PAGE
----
Depression is a sneaky bugger. It’s often made itself at home before it’s noticed. And as an outsider watching a friend, coworker, or family member try to deal with it-well, that can also be really tough.
Last week, I wrote a blog post about signs your friend may be depressed. If you missed it or want to read it, go ahead and click here-it’s a quick read and I hope is really helpful!
But, back to today’s topic: what to do when you’ve noticed the signs and realize, “oh yes, this applies.”
First and foremost, consider your relationship with this person. Use that to help guide your decisions about how to apply any of the following tips on how to support a friend through depression:
1) Namely, be gentle. This person is suffering through a very dark time period and is confused herself. She’s tired and worn out easily.
2) If your friend isn’t going out much anymore, ask about doing something low-key, just the two of you (or with a small group). She likely would appreciate some socializing, but loud environments with a lot of people is stimulus overload. A night in on the couch is a great way to accomplish this.
3) Let her know it’s okay if she cancels. Leave it open-ended. But also push maybe just a little bit-suggest both of you being in sweats, or you just swinging by for 30 minutes (if that’s feasible for you).
4) Just send a check-in text. “Hi! Been thinking about you. Hope you have a good day!” or anything of the sort. Maybe don’t include a question so your friend doesn’t feel disappointed in her inability to answer. (Inability stemming from exhausting + not wanting to tell you how bad a day it is.)
5) If you’re close enough, open a conversation about therapy and/or talking to their doctor. Depression is treatable but there is still SUCH a stigma about “fixing it alone” or “suffering through it.” Sometimes people need a little push to reach out to a professional. If it’s a hard conversation to have face-to-face, send them an email so they don’t have to respond to you in the moment.
6) Perform a random act-of-kindness. See #4 for the easiest example.
7) Invite them to get out of the house in a different way than usual. Suggestions include checking in to see if they want to go for a walk, or maybe go for a drive, run some errands with you, or low-key and low-expectation events like that. Again, allow an easy cancel.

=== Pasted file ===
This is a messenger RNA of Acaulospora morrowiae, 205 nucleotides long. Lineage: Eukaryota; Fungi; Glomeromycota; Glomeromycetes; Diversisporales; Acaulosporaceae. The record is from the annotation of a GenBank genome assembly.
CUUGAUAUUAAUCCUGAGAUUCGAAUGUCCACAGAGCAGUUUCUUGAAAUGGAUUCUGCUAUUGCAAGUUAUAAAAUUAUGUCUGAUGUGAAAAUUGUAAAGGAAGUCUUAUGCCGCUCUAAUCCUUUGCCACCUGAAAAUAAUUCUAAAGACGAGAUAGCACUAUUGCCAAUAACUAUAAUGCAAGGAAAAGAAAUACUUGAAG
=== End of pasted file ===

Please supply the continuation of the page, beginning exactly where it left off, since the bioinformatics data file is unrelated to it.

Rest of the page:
8) Encourage others in your circle to follow these same supportive actions. You may recognize the depression and others in your friends’ group don’t. But cluing them in, so your suffering friend has even more support, can be so helpful!
9) During their healing process (when you’ve started to notice them strengthening and returning to their previous way of interacting), don’t forget to check in still. A few good days in a row, or even a few good WEEKS in a row, doesn’t mean there aren’t still REALLY hard days. Which can be scary for someone trying to fight back to regain footing after depression. Knowing they still have people aware of the process can be such a source of strength. And still give them grace on those bad days.
10) Don’t take their behaviors personally (canceling, declining plans, etc). Your friend is having a hard enough time as it is. She doesn’t mean for anything to be offensive. She’s just trying to get through the day. Being social or responding to a text just isn’t in her wheelhouse right now-she’s prioritizing surviving.
Suffering through depression is hard, and so is supporting someone through it. But you will remain a special person in your friend’s heart for being someone who helped her through such a difficult and scary time. I reiterate that it is not your responsibility to fix the depression. These are just a few ways to lighten someone’s load and help their day have even a moment of reprieve from the negative and dark thoughts and feelings.
And always remember: use the level of your relationship to guide you in implementing the above tips. Be gentle, be kind, and you will be helpful!
Talk to you soon!